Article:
Film set in Rugby hits the screen

John Turner pictured with the cast of his film.
John Turner pictured with the cast of his film.
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A low-budget short film set in Rugby has recently been released, thanks to the support of businesses and organisations in the area.

The 15-minute film, Yesterday’s Man, features a range of acting talent from Rugby Theatre, as well as some people who were new to film-making. Of the seven people who met on the day of filming, only two knew each other beforehand.

The film was created by John Turner in two weeks, which included writing the script, advertising for the cast and crew, filming, editing and entering an Arts Picturehouse Short Film competition in Liverpool.

John, who works as a school teacher, said: “Because of the limited time left to enter, we had to make a few sacrifices in terms of quality of sound and the limitation of re-shooting scenes, but nonetheless, the day was a huge success and we all had fun and learnt a lot.”

Friends of Howard Scott Walker, the film’s lead actor, allowed one of the scenes to take place at Garden Gate Flowers in Regent Street.

Filming also took place in Caldecott Park, with permission granted by the park’s manager.

Paul Stanley, who runs The Bull Inn with his wife, continued to serve customers at their pub while filming took place beind the bar.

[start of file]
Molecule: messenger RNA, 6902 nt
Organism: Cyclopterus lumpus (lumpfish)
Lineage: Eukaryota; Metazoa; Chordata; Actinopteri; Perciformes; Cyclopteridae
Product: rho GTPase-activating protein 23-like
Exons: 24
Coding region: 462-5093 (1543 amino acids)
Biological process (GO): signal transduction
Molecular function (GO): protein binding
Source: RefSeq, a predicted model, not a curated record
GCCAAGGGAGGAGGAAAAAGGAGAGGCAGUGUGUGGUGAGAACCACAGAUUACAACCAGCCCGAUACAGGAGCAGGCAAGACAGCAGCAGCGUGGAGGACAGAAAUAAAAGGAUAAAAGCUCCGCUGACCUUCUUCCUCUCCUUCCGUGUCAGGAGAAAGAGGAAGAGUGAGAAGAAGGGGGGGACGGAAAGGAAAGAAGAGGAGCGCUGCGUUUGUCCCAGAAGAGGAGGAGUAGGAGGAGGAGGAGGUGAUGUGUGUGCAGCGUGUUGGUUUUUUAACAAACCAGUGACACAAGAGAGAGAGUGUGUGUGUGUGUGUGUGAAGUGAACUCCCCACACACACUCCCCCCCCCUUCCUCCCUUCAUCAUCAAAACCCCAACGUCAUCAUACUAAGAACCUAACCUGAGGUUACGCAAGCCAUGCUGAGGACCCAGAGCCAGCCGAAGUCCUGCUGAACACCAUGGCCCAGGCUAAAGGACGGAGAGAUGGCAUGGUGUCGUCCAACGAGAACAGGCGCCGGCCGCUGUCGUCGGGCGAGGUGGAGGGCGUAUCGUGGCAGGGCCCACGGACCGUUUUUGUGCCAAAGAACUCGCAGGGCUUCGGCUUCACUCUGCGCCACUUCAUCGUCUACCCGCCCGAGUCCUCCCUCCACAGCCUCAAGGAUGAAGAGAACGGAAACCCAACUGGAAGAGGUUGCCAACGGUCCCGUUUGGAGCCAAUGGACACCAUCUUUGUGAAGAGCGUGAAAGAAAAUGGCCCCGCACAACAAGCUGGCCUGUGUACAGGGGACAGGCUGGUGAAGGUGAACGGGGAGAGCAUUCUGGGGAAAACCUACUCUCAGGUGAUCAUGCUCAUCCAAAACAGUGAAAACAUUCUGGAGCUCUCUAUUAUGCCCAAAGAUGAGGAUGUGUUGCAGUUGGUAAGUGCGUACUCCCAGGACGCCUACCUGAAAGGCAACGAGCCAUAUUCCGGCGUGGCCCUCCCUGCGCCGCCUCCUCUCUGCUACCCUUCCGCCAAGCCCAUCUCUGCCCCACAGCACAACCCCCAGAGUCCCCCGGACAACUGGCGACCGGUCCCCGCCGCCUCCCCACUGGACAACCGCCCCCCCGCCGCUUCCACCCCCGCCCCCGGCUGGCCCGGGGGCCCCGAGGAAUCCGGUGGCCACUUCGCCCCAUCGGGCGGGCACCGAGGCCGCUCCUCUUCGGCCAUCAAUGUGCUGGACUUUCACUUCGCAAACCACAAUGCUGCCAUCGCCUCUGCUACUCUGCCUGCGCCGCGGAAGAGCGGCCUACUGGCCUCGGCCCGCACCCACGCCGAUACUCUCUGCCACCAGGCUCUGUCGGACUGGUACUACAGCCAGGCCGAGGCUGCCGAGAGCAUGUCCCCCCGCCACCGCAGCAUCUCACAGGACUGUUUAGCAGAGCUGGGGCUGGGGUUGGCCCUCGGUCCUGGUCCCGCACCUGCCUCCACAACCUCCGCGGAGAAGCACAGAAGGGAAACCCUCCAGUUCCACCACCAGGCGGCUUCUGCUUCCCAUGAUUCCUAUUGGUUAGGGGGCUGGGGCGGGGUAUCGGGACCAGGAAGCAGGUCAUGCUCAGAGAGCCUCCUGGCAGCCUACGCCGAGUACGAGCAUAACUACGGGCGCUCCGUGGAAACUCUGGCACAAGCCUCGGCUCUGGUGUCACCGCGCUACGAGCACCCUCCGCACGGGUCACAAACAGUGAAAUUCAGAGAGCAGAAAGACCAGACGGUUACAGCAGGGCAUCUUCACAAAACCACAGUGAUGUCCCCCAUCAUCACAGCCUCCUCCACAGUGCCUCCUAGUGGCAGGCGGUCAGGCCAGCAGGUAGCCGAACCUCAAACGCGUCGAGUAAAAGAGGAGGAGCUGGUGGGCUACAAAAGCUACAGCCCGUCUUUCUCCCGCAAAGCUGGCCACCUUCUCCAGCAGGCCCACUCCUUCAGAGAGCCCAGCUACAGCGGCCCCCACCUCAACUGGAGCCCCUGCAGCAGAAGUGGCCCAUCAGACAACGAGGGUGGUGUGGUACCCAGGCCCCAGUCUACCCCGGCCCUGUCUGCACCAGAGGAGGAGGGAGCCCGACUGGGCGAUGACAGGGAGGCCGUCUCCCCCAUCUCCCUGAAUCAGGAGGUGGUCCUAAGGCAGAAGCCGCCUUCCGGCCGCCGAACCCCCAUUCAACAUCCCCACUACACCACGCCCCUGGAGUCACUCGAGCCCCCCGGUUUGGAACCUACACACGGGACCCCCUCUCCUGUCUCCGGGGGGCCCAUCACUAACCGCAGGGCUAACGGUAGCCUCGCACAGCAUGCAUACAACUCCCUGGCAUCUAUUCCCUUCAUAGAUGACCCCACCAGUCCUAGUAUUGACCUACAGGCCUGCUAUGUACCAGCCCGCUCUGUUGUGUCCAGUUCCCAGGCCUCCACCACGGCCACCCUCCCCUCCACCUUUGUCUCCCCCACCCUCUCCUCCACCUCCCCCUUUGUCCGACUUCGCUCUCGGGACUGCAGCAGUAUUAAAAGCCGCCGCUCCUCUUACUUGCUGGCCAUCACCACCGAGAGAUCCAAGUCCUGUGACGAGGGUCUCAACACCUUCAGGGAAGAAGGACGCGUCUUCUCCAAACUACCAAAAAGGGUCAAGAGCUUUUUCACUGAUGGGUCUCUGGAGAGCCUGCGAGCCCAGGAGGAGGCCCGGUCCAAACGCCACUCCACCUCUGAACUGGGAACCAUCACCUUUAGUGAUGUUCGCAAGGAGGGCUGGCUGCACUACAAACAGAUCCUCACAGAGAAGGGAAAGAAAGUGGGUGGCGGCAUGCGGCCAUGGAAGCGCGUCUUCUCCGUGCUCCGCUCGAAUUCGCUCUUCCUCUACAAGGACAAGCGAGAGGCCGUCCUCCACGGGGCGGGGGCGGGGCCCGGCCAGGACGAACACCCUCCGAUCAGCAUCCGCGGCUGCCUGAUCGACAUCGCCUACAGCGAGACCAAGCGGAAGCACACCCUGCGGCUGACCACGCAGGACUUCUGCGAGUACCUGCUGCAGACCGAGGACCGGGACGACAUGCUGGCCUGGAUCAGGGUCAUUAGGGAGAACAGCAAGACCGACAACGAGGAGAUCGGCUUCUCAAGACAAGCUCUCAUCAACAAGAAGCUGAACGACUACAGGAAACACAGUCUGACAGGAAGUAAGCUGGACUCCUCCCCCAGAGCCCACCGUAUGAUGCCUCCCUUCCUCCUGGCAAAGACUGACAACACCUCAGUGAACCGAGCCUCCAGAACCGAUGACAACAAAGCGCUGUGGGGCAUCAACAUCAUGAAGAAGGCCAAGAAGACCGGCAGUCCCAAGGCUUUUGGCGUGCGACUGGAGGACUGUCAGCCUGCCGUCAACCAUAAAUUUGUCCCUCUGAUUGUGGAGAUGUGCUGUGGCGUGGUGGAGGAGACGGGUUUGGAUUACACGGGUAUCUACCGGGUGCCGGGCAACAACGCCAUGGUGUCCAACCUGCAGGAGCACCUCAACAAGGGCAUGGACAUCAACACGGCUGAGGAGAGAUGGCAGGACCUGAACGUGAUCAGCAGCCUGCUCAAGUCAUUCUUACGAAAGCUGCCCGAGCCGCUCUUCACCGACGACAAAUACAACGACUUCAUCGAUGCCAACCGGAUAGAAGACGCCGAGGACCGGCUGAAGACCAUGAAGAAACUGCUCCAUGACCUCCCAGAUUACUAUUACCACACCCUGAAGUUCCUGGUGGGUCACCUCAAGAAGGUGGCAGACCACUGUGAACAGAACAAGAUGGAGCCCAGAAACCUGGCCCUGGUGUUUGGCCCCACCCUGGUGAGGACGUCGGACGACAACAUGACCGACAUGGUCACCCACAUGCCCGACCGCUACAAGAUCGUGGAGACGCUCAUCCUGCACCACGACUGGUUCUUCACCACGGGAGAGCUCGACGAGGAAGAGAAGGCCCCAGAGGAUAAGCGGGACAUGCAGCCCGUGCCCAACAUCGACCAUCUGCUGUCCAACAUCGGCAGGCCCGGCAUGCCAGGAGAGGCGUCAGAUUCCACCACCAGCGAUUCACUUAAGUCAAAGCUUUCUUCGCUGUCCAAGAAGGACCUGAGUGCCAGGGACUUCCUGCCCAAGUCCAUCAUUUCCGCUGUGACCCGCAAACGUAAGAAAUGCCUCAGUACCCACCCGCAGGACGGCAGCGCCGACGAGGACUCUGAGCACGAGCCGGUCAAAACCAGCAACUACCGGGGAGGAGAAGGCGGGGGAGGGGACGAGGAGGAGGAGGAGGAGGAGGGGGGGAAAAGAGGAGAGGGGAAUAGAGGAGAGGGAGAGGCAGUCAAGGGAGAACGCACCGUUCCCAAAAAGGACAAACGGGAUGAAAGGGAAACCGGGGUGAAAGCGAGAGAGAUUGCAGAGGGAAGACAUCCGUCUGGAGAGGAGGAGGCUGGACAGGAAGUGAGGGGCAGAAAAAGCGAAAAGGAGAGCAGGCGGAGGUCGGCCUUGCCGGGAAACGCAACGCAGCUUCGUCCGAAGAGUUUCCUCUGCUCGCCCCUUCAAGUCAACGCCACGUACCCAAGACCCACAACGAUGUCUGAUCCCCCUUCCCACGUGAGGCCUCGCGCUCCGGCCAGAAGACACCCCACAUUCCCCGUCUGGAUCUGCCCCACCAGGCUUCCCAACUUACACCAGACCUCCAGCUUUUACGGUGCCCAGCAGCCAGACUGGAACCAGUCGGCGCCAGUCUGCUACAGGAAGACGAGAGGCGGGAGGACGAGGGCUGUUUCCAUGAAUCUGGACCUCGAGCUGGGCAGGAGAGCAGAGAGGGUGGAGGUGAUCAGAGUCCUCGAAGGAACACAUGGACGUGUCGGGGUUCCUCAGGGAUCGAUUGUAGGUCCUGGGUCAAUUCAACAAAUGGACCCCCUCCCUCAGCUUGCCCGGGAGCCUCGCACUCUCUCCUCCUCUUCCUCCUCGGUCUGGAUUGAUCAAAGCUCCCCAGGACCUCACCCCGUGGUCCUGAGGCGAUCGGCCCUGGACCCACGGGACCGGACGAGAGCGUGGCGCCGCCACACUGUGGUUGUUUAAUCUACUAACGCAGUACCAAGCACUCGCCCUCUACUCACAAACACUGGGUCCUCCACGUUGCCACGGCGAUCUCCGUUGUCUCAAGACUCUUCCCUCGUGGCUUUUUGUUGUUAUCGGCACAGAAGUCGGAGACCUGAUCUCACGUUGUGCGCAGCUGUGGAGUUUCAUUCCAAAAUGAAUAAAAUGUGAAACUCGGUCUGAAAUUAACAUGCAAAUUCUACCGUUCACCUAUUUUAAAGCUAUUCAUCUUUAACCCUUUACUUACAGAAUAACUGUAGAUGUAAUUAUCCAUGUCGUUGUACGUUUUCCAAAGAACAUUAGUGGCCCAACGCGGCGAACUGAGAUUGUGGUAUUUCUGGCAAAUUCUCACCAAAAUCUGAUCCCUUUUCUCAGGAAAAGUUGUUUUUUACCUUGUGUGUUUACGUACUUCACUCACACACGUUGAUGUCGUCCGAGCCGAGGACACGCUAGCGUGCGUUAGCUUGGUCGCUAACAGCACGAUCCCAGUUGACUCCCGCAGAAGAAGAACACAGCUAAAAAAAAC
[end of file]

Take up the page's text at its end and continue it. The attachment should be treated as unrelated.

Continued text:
John added: “Although the competition took place in Liverpool where I’m from, I chose to film in Rugby because it has a real community spirit, which is clearly proven by how willing people were to facilitate artistic endeavours such as this.” Yesterday’s Man tells the story of Wilder, a man trapped in a world where he longs for the past and is unable to operate in the present.

Failing to communicate amicably with those around him, or at least be heard and understood by them, Wilder plunges further into despair. His ultimate downfall, however, is an unpredictable but darkly comic one.

Yesterday’s Man can be viewed online at vimeo.com/themadprophet/yesterdaysman

It last less than 15 minutes, but viewer discretion is advised, as the film contains some strong language.

It has also been announced that John Turner’s short climate change awareness movie, ‘The Mad Prophet’ is one of 76 films chosen from more than 750 entries worldwide to be entered into the

www.mobilefilmfestival.com

The festival runs in partnership with The United Nations and BNP Paribas and voting from viewers for video shorts has started, running until the end of the month.

If he wins enough votes in The Audience Award, Mr Turner could win €1,000 and a paid trip to Paris to the Awards Night.

The overall prize for the competition is €30,000 to make a feature-length film.

Votes can be made on the festival website (voters will need to set up a free account with the festival).